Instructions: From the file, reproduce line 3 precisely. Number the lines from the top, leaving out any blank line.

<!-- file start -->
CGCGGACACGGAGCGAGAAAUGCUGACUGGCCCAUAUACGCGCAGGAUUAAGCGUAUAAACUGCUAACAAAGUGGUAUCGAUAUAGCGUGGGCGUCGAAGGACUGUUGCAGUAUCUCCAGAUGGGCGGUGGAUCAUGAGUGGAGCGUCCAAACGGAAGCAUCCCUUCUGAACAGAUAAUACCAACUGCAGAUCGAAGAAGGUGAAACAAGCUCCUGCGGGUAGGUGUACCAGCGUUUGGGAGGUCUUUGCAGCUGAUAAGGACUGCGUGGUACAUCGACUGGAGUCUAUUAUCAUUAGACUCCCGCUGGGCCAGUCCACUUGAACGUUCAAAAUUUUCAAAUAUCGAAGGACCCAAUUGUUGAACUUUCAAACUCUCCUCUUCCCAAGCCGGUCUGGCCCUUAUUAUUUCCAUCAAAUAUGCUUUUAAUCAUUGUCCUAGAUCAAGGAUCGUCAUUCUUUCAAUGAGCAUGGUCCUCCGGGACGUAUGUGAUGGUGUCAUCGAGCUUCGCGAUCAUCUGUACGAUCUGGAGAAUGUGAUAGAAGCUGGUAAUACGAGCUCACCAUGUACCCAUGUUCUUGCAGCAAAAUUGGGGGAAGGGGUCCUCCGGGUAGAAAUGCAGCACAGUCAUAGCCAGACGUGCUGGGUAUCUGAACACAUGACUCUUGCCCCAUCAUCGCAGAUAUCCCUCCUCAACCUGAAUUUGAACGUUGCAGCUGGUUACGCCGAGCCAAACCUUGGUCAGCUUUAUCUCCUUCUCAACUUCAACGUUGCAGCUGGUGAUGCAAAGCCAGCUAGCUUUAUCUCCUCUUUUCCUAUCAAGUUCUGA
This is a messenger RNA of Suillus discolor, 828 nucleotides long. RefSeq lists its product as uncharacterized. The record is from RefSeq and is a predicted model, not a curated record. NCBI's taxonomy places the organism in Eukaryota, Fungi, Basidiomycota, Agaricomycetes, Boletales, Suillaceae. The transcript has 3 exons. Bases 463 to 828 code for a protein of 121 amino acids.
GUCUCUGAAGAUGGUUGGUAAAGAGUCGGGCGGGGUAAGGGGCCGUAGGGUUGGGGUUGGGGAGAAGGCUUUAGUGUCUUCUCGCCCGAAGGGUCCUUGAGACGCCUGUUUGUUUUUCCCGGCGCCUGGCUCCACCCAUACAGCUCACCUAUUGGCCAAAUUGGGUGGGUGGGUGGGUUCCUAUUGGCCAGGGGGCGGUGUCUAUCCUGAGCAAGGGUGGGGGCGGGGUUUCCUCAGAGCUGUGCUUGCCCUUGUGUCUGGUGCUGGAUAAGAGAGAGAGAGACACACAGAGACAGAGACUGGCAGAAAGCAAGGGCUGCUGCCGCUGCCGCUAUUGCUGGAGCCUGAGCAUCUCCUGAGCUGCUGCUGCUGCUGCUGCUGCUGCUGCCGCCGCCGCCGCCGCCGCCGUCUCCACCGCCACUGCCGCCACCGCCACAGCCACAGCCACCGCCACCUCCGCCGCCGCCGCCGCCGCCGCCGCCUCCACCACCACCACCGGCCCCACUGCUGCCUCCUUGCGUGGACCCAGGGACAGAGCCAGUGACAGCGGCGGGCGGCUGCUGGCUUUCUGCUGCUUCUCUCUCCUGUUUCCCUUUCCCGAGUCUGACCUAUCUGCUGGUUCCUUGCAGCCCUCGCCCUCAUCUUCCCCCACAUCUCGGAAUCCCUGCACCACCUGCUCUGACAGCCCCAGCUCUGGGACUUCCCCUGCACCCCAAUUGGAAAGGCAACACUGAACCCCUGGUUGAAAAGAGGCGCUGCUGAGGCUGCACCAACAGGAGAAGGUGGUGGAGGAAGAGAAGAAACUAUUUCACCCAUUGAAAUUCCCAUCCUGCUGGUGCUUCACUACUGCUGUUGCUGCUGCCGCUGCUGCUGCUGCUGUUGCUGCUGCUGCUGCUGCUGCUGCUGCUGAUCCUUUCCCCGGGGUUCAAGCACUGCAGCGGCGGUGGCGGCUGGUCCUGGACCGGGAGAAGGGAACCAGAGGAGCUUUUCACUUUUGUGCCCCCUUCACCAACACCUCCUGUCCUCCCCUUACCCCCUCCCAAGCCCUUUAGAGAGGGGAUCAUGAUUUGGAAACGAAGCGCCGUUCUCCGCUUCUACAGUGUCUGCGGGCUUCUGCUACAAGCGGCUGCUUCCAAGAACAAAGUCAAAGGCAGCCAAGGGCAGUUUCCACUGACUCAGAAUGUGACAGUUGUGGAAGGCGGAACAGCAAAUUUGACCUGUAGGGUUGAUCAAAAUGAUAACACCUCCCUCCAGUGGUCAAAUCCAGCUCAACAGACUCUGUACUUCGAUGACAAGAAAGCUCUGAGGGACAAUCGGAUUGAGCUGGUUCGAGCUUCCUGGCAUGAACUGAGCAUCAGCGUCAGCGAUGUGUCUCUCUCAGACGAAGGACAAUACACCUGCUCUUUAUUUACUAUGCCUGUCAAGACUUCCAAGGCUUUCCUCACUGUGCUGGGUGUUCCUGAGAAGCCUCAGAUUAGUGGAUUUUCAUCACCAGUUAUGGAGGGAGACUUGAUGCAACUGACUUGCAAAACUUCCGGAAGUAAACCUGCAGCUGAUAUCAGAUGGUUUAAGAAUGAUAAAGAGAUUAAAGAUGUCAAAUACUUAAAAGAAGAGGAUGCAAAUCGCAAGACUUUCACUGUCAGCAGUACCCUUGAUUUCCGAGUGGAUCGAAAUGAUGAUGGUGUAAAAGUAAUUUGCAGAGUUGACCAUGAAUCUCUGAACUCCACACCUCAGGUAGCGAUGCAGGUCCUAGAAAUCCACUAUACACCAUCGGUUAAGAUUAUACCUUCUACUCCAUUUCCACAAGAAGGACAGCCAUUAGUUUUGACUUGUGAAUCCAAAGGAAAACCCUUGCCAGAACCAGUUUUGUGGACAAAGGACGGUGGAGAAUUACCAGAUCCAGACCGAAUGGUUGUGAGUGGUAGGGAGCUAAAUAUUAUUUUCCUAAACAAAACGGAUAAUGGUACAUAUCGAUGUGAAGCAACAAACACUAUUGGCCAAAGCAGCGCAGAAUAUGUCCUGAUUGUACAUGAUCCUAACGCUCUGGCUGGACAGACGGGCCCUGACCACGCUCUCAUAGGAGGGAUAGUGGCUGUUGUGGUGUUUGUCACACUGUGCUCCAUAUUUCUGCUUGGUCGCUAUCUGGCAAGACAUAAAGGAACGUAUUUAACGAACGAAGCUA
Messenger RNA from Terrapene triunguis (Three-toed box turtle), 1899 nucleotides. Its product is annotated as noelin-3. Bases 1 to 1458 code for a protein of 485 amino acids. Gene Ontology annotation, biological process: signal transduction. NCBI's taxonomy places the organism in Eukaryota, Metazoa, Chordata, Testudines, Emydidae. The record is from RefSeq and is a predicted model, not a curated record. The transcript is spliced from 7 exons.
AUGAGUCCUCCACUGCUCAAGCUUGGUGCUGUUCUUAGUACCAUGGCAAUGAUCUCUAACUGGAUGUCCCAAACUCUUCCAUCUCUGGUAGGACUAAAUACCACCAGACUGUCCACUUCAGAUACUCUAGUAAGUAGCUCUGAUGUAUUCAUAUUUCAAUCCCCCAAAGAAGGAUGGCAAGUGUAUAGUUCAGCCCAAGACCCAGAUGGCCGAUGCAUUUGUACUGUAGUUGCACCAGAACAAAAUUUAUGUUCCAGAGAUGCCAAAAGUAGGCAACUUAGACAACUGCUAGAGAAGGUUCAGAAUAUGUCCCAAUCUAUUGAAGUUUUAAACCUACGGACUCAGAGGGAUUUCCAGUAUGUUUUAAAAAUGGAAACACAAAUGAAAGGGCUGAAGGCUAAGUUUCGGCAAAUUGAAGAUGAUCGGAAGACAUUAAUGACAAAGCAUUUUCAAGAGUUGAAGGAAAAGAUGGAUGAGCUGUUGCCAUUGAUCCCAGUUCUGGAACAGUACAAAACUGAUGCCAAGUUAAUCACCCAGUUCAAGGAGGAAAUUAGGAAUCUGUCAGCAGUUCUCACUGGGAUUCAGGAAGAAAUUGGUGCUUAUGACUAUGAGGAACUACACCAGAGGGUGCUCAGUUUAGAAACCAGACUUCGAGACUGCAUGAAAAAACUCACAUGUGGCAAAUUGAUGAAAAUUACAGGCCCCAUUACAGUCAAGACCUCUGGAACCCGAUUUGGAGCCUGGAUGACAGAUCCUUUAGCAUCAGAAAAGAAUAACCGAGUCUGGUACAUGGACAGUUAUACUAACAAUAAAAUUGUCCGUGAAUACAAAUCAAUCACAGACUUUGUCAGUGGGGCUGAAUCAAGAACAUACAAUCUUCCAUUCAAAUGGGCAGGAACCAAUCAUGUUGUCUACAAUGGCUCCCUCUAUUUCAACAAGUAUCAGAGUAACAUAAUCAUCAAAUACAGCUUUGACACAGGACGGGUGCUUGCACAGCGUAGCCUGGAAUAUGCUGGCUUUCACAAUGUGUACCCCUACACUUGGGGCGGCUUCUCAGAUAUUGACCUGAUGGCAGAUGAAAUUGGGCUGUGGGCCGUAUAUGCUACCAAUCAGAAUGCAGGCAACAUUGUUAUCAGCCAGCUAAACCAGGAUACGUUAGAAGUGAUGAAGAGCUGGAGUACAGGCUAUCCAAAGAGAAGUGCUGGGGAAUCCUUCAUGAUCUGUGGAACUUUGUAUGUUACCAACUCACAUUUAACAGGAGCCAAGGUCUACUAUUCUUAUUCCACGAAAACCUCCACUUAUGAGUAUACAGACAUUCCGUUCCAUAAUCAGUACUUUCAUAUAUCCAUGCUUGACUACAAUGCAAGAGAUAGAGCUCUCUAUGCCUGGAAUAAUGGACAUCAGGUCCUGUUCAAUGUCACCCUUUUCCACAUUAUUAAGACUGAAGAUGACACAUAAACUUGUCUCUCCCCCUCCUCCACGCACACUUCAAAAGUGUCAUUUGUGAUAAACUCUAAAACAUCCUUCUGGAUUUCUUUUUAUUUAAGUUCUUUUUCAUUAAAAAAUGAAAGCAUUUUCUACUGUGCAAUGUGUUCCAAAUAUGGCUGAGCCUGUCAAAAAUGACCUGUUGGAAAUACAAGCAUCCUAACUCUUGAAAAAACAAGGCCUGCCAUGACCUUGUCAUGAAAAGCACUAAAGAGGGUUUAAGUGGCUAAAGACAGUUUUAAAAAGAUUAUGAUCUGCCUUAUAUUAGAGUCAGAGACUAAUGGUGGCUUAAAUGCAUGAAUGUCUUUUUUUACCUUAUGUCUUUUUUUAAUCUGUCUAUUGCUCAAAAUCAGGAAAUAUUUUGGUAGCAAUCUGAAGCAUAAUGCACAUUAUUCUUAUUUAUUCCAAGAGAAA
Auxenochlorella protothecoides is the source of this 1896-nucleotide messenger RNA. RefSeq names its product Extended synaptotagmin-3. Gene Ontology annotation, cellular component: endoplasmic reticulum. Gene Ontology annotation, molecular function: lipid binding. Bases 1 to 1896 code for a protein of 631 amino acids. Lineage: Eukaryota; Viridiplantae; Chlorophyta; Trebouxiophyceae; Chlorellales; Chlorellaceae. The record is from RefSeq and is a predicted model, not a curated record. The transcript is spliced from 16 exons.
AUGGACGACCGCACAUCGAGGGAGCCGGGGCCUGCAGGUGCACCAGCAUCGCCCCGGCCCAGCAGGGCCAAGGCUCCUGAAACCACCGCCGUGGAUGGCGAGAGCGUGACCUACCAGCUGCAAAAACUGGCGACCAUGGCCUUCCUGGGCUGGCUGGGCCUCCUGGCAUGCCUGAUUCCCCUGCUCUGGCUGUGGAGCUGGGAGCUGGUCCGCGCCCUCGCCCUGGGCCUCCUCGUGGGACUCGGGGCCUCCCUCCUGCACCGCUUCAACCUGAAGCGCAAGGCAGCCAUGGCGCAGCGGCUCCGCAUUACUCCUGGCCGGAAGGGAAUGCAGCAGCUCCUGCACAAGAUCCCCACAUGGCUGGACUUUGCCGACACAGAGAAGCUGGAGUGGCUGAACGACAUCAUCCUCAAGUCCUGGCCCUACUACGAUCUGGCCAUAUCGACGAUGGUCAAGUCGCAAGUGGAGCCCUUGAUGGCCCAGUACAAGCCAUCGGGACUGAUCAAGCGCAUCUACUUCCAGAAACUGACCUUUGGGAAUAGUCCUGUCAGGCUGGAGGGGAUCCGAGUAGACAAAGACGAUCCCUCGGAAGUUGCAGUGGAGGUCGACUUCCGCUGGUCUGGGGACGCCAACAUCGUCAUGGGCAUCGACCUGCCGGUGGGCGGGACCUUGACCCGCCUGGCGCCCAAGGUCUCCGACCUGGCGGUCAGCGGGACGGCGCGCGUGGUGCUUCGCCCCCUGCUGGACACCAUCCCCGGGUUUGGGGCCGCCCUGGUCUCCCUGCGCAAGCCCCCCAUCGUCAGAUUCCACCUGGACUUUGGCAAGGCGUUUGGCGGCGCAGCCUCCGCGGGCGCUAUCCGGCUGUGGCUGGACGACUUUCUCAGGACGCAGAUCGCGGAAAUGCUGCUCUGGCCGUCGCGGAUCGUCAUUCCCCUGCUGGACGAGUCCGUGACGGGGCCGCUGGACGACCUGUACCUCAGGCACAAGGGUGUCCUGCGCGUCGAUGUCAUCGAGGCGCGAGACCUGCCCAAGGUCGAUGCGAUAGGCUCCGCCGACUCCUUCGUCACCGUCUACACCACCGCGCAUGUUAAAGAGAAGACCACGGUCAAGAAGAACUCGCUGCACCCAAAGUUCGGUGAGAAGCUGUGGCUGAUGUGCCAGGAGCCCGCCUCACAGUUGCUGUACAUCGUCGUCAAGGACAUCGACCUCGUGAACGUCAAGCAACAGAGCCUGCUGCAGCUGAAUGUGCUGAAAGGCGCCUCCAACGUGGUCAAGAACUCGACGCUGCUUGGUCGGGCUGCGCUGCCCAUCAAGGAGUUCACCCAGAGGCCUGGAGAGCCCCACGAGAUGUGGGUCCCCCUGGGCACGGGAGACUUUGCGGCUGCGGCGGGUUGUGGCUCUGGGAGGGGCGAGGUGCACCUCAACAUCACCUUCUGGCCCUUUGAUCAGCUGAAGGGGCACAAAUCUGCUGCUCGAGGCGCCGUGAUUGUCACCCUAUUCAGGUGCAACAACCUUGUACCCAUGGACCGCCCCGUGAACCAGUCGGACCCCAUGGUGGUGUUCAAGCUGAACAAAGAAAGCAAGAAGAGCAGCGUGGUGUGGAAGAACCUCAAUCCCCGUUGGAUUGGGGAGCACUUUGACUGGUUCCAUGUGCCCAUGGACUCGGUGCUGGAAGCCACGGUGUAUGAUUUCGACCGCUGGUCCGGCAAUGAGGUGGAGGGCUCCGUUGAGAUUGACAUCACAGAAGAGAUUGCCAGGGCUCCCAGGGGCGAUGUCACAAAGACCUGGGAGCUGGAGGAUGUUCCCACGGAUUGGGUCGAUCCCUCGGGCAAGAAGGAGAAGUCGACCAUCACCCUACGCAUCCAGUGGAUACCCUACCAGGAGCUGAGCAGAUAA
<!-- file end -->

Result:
GUCUCUGAAGAUGGUUGGUAAAGAGUCGGGCGGGGUAAGGGGCCGUAGGGUUGGGGUUGGGGAGAAGGCUUUAGUGUCUUCUCGCCCGAAGGGUCCUUGAGACGCCUGUUUGUUUUUCCCGGCGCCUGGCUCCACCCAUACAGCUCACCUAUUGGCCAAAUUGGGUGGGUGGGUGGGUUCCUAUUGGCCAGGGGGCGGUGUCUAUCCUGAGCAAGGGUGGGGGCGGGGUUUCCUCAGAGCUGUGCUUGCCCUUGUGUCUGGUGCUGGAUAAGAGAGAGAGAGACACACAGAGACAGAGACUGGCAGAAAGCAAGGGCUGCUGCCGCUGCCGCUAUUGCUGGAGCCUGAGCAUCUCCUGAGCUGCUGCUGCUGCUGCUGCUGCUGCUGCCGCCGCCGCCGCCGCCGCCGUCUCCACCGCCACUGCCGCCACCGCCACAGCCACAGCCACCGCCACCUCCGCCGCCGCCGCCGCCGCCGCCGCCUCCACCACCACCACCGGCCCCACUGCUGCCUCCUUGCGUGGACCCAGGGACAGAGCCAGUGACAGCGGCGGGCGGCUGCUGGCUUUCUGCUGCUUCUCUCUCCUGUUUCCCUUUCCCGAGUCUGACCUAUCUGCUGGUUCCUUGCAGCCCUCGCCCUCAUCUUCCCCCACAUCUCGGAAUCCCUGCACCACCUGCUCUGACAGCCCCAGCUCUGGGACUUCCCCUGCACCCCAAUUGGAAAGGCAACACUGAACCCCUGGUUGAAAAGAGGCGCUGCUGAGGCUGCACCAACAGGAGAAGGUGGUGGAGGAAGAGAAGAAACUAUUUCACCCAUUGAAAUUCCCAUCCUGCUGGUGCUUCACUACUGCUGUUGCUGCUGCCGCUGCUGCUGCUGCUGUUGCUGCUGCUGCUGCUGCUGCUGCUGCUGAUCCUUUCCCCGGGGUUCAAGCACUGCAGCGGCGGUGGCGGCUGGUCCUGGACCGGGAGAAGGGAACCAGAGGAGCUUUUCACUUUUGUGCCCCCUUCACCAACACCUCCUGUCCUCCCCUUACCCCCUCCCAAGCCCUUUAGAGAGGGGAUCAUGAUUUGGAAACGAAGCGCCGUUCUCCGCUUCUACAGUGUCUGCGGGCUUCUGCUACAAGCGGCUGCUUCCAAGAACAAAGUCAAAGGCAGCCAAGGGCAGUUUCCACUGACUCAGAAUGUGACAGUUGUGGAAGGCGGAACAGCAAAUUUGACCUGUAGGGUUGAUCAAAAUGAUAACACCUCCCUCCAGUGGUCAAAUCCAGCUCAACAGACUCUGUACUUCGAUGACAAGAAAGCUCUGAGGGACAAUCGGAUUGAGCUGGUUCGAGCUUCCUGGCAUGAACUGAGCAUCAGCGUCAGCGAUGUGUCUCUCUCAGACGAAGGACAAUACACCUGCUCUUUAUUUACUAUGCCUGUCAAGACUUCCAAGGCUUUCCUCACUGUGCUGGGUGUUCCUGAGAAGCCUCAGAUUAGUGGAUUUUCAUCACCAGUUAUGGAGGGAGACUUGAUGCAACUGACUUGCAAAACUUCCGGAAGUAAACCUGCAGCUGAUAUCAGAUGGUUUAAGAAUGAUAAAGAGAUUAAAGAUGUCAAAUACUUAAAAGAAGAGGAUGCAAAUCGCAAGACUUUCACUGUCAGCAGUACCCUUGAUUUCCGAGUGGAUCGAAAUGAUGAUGGUGUAAAAGUAAUUUGCAGAGUUGACCAUGAAUCUCUGAACUCCACACCUCAGGUAGCGAUGCAGGUCCUAGAAAUCCACUAUACACCAUCGGUUAAGAUUAUACCUUCUACUCCAUUUCCACAAGAAGGACAGCCAUUAGUUUUGACUUGUGAAUCCAAAGGAAAACCCUUGCCAGAACCAGUUUUGUGGACAAAGGACGGUGGAGAAUUACCAGAUCCAGACCGAAUGGUUGUGAGUGGUAGGGAGCUAAAUAUUAUUUUCCUAAACAAAACGGAUAAUGGUACAUAUCGAUGUGAAGCAACAAACACUAUUGGCCAAAGCAGCGCAGAAUAUGUCCUGAUUGUACAUGAUCCUAACGCUCUGGCUGGACAGACGGGCCCUGACCACGCUCUCAUAGGAGGGAUAGUGGCUGUUGUGGUGUUUGUCACACUGUGCUCCAUAUUUCUGCUUGGUCGCUAUCUGGCAAGACAUAAAGGAACGUAUUUAACGAACGAAGCUA